Oh those incorrigible upper crusters. Not content with a busy life of mixing Martinis and getting a Marcel wave, they have to hold a séance. And splatter my spats, the rather sensuous ghost of the first wife appears. Most inconvenient – and all in front of the servants.
Noel Coward’s wartime-written comedy has all the decadence of the thirties. It’s daft, frivolous escapism: no wonder it was a smash West End hit on its first run. Here it’s played straight, as it should be – we need to feel a little of husband Charles Condomine’s angst, after all. Madame Arcati conjures the spirits like a hockey teacher in a souk, and the assembled party of respectables navigate the hair raising incidents with growing alarm.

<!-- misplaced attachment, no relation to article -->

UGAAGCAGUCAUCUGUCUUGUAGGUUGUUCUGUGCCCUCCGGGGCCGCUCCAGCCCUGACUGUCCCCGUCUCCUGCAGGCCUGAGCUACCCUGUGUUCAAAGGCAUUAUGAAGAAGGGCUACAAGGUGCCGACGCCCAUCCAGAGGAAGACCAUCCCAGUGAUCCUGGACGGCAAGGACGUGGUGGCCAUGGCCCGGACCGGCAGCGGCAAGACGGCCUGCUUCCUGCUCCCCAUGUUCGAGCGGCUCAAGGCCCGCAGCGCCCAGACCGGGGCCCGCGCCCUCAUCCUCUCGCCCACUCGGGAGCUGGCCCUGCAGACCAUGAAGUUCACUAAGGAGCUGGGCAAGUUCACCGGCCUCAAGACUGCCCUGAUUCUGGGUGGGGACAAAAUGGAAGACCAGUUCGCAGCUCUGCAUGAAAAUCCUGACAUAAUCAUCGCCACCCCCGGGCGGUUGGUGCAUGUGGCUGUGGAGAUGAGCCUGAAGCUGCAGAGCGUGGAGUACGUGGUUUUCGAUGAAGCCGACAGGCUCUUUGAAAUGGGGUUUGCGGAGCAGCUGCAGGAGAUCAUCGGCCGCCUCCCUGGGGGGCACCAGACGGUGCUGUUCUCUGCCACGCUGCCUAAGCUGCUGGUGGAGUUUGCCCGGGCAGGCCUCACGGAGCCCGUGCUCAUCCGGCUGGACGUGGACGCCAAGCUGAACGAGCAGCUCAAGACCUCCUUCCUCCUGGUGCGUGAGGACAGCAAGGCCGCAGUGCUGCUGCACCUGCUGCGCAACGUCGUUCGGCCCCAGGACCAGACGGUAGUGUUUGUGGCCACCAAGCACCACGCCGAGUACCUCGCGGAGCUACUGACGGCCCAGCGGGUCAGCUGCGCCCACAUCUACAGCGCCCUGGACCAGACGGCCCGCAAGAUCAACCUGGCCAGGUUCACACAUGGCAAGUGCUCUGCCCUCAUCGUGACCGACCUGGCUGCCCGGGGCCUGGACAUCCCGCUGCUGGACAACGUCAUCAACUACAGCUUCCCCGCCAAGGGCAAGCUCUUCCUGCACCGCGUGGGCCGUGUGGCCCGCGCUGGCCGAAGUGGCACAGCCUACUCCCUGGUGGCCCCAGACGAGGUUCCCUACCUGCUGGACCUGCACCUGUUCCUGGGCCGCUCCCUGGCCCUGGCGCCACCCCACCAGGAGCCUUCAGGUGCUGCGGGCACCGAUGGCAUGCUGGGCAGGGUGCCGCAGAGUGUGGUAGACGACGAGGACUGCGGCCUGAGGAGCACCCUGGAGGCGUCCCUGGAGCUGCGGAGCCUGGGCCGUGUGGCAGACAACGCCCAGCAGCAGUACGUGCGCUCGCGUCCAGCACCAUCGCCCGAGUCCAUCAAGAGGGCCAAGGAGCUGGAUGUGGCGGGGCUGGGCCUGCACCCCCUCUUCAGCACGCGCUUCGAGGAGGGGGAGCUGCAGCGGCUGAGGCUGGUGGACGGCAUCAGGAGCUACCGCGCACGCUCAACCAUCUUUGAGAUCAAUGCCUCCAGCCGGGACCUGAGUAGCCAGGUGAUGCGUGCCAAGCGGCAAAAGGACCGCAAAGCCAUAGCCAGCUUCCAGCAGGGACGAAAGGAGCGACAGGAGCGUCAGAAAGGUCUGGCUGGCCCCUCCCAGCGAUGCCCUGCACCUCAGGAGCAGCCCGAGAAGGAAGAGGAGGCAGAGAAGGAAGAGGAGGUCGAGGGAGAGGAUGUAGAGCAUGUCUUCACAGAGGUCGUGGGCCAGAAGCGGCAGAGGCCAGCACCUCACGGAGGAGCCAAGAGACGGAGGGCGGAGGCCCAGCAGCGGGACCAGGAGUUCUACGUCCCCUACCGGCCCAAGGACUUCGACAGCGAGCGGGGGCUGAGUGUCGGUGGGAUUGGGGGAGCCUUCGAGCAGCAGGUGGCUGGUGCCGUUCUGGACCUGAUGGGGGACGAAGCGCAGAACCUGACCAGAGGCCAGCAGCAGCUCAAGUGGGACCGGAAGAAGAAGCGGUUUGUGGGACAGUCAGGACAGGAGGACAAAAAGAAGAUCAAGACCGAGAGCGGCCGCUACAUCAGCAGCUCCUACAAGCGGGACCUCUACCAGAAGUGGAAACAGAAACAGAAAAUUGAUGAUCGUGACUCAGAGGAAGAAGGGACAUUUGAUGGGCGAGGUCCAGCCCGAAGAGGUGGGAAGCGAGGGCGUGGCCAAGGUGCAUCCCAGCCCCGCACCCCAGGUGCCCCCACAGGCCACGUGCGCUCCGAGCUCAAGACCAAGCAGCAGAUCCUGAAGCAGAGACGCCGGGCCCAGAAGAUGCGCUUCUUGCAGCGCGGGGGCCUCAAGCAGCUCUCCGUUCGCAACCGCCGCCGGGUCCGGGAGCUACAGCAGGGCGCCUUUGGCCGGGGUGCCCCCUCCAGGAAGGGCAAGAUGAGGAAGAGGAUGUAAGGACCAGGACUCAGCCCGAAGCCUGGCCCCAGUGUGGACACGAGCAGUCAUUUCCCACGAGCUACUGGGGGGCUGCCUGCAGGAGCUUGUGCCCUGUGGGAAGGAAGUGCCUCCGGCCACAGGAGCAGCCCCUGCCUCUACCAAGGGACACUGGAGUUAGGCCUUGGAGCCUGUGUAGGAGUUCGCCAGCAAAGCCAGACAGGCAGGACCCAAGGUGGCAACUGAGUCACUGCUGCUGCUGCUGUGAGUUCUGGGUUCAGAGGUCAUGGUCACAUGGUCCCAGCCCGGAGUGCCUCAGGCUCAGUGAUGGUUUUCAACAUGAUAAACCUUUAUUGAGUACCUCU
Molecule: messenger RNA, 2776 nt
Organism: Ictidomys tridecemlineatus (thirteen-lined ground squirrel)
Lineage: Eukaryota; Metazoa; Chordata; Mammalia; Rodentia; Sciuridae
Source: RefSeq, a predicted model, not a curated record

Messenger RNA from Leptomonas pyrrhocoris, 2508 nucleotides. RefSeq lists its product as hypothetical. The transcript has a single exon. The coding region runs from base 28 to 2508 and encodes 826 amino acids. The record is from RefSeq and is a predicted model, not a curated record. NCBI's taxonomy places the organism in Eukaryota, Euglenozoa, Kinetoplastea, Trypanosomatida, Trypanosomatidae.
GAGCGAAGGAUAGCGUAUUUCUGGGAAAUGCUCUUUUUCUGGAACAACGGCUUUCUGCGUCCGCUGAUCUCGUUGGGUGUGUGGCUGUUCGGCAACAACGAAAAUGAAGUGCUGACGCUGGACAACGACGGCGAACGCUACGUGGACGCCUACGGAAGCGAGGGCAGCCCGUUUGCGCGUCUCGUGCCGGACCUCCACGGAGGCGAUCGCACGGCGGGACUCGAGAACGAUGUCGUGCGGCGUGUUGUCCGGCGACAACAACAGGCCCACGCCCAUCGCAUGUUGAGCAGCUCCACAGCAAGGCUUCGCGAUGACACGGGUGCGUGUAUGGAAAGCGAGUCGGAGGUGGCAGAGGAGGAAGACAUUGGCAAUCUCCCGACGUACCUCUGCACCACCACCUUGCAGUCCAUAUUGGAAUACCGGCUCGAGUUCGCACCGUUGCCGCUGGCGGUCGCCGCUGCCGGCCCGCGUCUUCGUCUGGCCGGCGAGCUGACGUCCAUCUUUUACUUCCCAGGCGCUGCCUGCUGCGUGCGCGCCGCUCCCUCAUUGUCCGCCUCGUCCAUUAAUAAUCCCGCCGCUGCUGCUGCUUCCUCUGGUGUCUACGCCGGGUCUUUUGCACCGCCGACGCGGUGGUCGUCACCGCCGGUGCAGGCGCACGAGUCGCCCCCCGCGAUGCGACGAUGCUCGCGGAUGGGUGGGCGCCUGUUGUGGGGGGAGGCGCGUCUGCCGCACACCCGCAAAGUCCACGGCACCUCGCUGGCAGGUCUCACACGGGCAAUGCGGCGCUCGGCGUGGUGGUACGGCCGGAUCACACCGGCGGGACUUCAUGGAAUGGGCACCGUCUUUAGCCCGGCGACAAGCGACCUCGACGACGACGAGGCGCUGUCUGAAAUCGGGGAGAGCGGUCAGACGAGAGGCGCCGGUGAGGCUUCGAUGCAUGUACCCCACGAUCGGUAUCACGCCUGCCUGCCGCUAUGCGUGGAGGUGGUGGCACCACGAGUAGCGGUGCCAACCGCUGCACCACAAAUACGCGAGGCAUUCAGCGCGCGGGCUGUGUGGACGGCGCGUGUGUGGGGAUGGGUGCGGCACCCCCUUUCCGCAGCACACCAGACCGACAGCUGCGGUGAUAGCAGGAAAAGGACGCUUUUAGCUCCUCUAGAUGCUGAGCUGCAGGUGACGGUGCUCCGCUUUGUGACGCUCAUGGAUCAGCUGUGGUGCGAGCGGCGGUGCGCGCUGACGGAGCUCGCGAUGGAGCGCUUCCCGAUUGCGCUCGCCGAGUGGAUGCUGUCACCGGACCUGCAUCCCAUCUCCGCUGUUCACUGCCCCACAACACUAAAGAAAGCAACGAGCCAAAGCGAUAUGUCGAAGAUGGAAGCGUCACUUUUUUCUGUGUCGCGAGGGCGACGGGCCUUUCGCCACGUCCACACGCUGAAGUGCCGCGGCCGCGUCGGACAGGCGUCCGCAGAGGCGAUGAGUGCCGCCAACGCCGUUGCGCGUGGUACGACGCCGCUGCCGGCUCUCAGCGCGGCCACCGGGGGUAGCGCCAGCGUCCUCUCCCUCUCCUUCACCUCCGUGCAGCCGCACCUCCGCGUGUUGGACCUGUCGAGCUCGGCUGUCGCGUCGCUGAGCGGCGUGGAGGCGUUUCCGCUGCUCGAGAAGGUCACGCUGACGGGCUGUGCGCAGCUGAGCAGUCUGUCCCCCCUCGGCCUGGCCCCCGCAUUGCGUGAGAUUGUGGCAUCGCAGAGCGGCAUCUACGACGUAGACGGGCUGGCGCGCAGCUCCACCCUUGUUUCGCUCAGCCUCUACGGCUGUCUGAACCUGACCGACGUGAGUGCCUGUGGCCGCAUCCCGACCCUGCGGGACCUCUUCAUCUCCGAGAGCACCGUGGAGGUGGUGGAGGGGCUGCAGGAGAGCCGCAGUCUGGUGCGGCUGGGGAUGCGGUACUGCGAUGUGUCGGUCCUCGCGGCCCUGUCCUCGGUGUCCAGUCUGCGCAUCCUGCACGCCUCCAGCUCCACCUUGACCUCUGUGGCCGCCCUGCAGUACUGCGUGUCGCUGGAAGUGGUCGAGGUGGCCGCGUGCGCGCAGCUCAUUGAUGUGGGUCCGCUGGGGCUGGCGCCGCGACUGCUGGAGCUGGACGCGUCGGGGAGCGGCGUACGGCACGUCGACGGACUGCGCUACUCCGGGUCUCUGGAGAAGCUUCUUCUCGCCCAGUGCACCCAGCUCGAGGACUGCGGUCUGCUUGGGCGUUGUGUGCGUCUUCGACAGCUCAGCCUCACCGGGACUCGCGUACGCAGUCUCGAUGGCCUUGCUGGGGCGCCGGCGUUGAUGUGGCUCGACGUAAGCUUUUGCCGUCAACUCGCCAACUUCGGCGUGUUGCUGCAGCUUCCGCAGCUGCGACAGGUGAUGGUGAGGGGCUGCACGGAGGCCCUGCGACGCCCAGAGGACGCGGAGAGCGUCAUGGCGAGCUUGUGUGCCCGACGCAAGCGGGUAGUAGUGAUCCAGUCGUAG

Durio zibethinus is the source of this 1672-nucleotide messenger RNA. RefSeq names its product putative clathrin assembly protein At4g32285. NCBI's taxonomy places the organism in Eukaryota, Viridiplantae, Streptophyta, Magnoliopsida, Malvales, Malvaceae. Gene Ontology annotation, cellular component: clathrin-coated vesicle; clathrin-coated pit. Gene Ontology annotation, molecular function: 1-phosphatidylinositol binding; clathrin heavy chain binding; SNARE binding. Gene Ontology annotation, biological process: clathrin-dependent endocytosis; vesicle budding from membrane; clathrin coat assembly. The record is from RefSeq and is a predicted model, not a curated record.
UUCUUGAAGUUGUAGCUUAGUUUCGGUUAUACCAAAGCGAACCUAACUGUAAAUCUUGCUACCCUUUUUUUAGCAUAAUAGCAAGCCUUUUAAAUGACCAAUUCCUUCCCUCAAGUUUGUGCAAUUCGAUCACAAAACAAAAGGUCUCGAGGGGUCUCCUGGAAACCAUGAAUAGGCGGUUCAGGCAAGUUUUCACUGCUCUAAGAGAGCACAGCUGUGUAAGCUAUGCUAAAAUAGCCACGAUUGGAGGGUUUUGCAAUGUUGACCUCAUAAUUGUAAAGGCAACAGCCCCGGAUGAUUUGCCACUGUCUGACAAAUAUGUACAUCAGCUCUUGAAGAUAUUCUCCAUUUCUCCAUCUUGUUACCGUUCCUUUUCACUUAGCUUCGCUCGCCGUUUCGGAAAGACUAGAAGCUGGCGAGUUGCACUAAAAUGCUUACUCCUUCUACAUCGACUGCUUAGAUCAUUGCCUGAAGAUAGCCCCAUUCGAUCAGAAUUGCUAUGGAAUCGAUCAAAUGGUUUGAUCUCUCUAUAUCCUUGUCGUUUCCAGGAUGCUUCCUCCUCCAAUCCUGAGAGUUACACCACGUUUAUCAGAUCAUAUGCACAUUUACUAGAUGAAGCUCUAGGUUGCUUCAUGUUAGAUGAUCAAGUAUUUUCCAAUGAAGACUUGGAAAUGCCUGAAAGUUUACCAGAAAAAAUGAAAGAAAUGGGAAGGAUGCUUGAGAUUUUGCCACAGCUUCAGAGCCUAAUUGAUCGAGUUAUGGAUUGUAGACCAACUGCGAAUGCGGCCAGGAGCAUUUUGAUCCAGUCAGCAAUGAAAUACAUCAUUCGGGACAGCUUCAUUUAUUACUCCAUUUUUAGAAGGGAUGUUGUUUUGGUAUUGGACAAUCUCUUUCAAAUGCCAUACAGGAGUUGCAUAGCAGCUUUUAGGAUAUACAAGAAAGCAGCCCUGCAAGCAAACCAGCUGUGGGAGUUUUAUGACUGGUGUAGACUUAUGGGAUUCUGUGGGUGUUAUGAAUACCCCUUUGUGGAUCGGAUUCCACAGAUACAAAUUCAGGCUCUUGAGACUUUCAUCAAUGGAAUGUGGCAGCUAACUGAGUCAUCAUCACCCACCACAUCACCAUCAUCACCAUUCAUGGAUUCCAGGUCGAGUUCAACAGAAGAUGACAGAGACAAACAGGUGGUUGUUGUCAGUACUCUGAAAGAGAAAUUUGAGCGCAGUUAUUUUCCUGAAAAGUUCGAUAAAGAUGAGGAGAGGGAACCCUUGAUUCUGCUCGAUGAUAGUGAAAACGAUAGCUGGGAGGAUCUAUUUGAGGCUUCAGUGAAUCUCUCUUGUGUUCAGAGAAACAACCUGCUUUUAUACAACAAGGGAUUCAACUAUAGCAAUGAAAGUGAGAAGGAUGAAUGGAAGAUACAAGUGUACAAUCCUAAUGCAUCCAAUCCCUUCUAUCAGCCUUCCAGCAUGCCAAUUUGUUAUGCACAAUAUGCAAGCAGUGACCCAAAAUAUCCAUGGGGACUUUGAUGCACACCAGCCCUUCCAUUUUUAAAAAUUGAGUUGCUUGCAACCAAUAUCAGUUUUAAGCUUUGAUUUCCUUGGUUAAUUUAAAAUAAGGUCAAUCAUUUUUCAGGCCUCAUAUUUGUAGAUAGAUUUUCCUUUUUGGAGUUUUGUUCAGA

The plot’s creaky, the lines are good and occasionally great. But we’re not there for a taxing night out – this is entertainment, and there’s plenty of it. Lots of laughs, gorgeous costumes, and an extraordinary number of those Martinis – raise a glass each time the players do and you’ll leave smiling. And mind the stairs, you can’t be too careful.
Until 7 January at the SJT
- Published in News: Reviews